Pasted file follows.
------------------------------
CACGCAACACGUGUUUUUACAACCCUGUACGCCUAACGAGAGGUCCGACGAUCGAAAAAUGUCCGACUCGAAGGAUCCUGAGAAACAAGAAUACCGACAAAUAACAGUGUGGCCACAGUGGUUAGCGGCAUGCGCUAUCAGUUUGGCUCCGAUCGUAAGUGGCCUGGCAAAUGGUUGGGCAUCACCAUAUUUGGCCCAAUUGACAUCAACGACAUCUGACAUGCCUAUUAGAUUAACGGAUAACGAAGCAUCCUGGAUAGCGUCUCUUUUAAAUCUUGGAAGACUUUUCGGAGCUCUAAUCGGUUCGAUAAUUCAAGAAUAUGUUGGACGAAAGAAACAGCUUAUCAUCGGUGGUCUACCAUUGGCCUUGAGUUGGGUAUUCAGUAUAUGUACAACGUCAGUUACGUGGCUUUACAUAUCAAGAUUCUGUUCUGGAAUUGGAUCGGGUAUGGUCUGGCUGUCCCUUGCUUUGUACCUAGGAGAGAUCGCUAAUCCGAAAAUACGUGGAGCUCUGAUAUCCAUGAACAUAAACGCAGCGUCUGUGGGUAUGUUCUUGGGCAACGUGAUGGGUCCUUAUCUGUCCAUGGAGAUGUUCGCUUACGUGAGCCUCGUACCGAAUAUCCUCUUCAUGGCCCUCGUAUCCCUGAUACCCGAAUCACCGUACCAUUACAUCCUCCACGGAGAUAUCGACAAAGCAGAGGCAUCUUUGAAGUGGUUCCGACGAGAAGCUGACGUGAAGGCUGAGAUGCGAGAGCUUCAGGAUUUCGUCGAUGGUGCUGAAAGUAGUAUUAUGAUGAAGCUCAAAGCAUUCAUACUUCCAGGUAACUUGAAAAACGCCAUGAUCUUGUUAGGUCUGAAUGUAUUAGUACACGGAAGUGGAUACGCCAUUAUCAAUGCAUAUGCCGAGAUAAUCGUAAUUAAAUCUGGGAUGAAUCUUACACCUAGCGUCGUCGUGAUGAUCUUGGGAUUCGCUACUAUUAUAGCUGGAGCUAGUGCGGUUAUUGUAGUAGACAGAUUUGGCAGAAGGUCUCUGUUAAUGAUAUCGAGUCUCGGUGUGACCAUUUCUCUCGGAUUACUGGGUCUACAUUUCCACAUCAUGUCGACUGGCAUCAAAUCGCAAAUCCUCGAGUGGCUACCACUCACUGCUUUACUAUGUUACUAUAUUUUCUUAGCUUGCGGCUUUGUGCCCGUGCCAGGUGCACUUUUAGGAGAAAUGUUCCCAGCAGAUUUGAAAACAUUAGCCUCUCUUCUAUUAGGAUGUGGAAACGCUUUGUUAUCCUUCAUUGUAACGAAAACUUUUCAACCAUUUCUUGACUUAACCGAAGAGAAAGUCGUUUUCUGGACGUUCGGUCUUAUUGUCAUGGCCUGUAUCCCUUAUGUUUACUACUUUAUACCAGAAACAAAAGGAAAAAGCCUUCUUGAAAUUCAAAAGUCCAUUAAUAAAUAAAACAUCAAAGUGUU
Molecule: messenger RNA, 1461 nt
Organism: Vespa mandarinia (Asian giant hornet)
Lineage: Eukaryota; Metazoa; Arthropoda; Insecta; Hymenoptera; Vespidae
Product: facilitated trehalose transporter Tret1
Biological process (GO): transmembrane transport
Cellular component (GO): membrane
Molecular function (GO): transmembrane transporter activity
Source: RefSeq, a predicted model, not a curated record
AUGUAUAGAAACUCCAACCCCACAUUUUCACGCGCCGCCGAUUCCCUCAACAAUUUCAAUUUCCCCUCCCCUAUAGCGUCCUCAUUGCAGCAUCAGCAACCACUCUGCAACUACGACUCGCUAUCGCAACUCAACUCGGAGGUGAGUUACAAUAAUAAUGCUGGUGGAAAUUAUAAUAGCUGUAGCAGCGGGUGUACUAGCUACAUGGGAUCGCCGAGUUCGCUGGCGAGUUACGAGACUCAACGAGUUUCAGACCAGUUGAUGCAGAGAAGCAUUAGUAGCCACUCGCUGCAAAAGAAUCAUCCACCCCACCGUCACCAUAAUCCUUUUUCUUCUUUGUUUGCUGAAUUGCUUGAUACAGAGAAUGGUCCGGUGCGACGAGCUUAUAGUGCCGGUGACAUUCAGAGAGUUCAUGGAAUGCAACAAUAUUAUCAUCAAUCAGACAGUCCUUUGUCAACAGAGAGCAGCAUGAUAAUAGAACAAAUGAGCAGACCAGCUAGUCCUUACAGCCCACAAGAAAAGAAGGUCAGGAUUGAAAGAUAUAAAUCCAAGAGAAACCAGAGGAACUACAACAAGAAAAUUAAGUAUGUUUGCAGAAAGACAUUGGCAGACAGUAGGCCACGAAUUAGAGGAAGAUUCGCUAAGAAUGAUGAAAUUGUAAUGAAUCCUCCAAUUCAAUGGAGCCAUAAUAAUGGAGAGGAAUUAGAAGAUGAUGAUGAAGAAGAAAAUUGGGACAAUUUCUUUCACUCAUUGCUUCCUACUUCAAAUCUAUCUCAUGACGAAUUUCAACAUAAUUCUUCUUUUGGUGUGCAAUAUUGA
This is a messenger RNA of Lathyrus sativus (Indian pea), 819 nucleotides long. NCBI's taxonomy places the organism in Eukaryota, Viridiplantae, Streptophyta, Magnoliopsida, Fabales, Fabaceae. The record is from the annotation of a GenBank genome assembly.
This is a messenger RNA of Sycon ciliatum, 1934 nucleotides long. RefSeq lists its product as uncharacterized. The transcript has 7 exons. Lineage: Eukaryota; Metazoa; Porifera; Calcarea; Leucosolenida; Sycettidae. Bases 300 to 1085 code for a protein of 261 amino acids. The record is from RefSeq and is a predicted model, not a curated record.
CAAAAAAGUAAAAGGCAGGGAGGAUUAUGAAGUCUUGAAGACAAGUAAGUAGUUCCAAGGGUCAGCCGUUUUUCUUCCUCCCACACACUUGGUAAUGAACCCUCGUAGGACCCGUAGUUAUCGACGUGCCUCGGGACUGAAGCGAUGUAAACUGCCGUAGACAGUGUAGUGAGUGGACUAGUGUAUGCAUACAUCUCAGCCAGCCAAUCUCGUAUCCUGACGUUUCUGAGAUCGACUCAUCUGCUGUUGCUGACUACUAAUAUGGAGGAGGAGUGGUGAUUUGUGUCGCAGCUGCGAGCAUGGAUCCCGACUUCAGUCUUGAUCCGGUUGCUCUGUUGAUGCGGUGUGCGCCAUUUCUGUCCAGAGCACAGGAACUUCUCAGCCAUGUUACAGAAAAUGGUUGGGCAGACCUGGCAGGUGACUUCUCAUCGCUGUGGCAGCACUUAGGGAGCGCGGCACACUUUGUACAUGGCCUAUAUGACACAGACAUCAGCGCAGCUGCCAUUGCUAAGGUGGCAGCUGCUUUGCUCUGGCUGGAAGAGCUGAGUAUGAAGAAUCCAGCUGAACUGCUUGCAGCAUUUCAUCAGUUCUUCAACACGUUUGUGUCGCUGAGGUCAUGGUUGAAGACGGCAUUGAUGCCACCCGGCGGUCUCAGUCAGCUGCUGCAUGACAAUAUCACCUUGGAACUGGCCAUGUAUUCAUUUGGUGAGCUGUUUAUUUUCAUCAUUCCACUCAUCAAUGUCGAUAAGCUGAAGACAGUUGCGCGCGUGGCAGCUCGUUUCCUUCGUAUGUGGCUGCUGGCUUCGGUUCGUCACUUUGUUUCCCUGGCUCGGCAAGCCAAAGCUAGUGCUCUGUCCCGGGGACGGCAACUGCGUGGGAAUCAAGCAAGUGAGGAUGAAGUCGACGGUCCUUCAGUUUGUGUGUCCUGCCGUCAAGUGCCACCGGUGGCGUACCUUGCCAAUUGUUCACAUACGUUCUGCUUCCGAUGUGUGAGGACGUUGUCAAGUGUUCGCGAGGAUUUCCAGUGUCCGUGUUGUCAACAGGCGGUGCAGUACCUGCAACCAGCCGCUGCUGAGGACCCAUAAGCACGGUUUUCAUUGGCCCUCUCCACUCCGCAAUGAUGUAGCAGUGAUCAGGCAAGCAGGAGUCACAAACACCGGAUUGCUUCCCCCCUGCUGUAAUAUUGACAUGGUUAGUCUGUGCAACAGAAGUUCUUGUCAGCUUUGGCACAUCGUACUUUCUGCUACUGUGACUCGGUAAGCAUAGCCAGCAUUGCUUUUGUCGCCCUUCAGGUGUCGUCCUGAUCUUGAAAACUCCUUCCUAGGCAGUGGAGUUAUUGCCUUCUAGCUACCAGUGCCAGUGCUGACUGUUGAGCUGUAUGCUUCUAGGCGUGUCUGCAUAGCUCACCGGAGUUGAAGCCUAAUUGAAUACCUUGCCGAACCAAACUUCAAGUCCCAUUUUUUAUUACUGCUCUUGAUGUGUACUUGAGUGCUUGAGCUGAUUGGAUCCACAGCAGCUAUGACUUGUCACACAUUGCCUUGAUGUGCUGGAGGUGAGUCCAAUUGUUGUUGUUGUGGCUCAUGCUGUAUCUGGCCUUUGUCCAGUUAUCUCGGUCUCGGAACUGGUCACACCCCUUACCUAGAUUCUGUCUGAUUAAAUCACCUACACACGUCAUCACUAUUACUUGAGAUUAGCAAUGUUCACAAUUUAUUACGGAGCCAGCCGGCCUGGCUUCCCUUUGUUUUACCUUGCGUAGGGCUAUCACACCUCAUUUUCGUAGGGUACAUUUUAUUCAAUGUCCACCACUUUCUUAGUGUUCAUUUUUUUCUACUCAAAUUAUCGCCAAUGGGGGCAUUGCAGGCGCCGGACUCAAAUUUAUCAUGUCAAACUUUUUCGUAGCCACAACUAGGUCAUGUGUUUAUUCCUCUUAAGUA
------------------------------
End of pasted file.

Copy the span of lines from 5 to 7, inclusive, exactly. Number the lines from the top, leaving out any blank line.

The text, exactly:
Product: facilitated trehalose transporter Tret1
Biological process (GO): transmembrane transport
Cellular component (GO): membrane